Other elements of the project will involve local communities. The Trust will work with volunteers to dig ponds and plant trees to trap sediment and pollution, clear up rubbish and ‘balsam bash’ (eradicate Himalayan Balsam, an invasive plant species). A history project will document forgotten watermills, which were a critical source of power during the early industrial revolution. There will also be a programme of events such as guided walks, training and river dipping.

Speaking about the community consultation, Rachel Walker DCRTs Project Manager said “Whilst we have a good idea of what needs doing to improve the river, we want to make sure the project is relevant for communities and includes the types of activities and opportunities people will want to participate in”.

People wishing to contribute should fill in the consultation questionnaire which can be found at www.dcrt.org.uk/community-consultation or by emailing info@dcrt.org.uk. As a thank you for filling out the questionnaire, people can choose to be entered into a prize draw to win one of two boat trips for up to 5 people. This will take place along the Chesterfield Canal with the Chesterfield Canal Trust, aboard John Varley from the Tapton Lock Visitor Centre, Chesterfield.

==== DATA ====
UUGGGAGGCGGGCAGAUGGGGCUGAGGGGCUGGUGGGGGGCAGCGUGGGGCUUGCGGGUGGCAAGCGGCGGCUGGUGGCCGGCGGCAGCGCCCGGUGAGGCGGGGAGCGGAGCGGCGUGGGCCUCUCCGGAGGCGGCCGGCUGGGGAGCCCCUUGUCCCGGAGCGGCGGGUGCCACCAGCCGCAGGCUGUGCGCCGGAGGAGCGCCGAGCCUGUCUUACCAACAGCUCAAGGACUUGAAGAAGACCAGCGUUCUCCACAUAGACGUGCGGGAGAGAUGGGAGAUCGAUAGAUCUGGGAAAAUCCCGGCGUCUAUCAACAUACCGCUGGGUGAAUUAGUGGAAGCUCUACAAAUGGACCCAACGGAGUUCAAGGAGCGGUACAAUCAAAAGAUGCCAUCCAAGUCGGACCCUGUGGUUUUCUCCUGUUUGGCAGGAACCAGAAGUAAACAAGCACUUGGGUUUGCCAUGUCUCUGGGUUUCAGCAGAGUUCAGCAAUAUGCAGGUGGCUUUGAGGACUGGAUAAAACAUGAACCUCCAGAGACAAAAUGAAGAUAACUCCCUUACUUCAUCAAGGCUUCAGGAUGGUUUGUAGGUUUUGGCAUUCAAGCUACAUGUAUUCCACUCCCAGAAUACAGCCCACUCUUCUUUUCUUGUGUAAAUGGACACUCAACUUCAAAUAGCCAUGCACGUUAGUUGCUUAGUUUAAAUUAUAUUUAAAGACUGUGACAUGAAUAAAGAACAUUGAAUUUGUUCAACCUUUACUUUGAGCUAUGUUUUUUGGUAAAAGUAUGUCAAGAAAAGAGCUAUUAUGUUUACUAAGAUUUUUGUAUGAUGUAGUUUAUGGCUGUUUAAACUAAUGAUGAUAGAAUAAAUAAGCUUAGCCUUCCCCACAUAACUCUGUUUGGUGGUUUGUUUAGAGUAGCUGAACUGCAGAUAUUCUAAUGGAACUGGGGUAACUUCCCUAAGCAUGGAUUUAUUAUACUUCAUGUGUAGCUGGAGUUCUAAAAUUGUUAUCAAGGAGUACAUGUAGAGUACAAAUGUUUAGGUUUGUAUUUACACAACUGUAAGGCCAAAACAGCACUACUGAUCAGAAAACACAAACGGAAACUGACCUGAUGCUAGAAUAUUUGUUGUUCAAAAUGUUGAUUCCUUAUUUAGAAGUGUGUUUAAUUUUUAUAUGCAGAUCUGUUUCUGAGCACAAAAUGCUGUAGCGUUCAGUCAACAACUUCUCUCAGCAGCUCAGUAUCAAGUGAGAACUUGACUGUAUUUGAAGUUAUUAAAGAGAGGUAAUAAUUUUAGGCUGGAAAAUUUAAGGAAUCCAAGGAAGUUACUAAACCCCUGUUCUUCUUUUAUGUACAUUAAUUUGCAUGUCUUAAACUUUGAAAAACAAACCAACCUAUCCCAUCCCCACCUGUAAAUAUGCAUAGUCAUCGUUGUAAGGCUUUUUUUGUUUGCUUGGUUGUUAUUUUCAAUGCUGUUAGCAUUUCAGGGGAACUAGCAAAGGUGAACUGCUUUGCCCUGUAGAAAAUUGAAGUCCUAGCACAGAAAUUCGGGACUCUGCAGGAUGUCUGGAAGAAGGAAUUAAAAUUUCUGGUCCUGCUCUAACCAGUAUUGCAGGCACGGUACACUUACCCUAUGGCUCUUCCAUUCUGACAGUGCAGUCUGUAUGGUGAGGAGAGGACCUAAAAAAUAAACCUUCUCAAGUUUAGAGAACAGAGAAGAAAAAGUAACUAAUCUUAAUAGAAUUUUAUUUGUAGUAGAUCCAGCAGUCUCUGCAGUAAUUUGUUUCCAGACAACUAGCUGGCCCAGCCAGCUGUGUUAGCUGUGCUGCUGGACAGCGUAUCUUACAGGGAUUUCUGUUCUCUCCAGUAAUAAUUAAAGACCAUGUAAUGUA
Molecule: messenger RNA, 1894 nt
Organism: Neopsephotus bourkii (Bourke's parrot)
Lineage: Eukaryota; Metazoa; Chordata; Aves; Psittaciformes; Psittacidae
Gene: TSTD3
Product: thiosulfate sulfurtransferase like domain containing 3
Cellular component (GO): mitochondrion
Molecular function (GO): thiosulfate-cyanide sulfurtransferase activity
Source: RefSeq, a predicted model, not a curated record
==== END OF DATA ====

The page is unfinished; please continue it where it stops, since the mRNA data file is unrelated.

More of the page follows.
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 Notes to editors

About the Project Area

The project area is the upper Rother Catchment, the area of land that drains into the upper section of the River Rother.

It borders southern Sheffield and contains the towns of Chesterfield, Stavely, Dronfield and Eckington.

The main tributaries of the upper River Rother are the Moss Brook, the Barlow Brook, the River Drone, the Holme Brook, the River Hipper, the Spital Brook, and the Redleadmill Brook.

About The Don Catchment Rivers Trust

Don Catchment Rivers Trust is a charity that has been established to help protect and restore the rivers in the River Don catchment area, this includes not just the River Don but also the River Dearne, River Rother and other rivers such as the Sheaf, Went, Ea Beck and many others.

Don Catchment Rivers Trust are currently in year 3 of the National Lottery funded ‘Living Heritage of the River Don’ project, which is aiming to return migrating fish to the River Don by creating fish passes, as well as inspire and mobilise local communities to help look after their rivers.

The Trust has also received initial support for the ‘Hidden Heritage Secret Streams’ project from HLF.

About the Heritage Lottery Fund

Thanks to National Lottery players, we invest money to help people across the UK explore, enjoy and protect the heritage they care about – from the archaeology under our feet to the historic parks and buildings we love, from precious memories and collections to rare wildlife. www.hlf.org.uk. Follow us on Twitter, Facebook and Instagram and use #NationalLottery and #HLFsupported.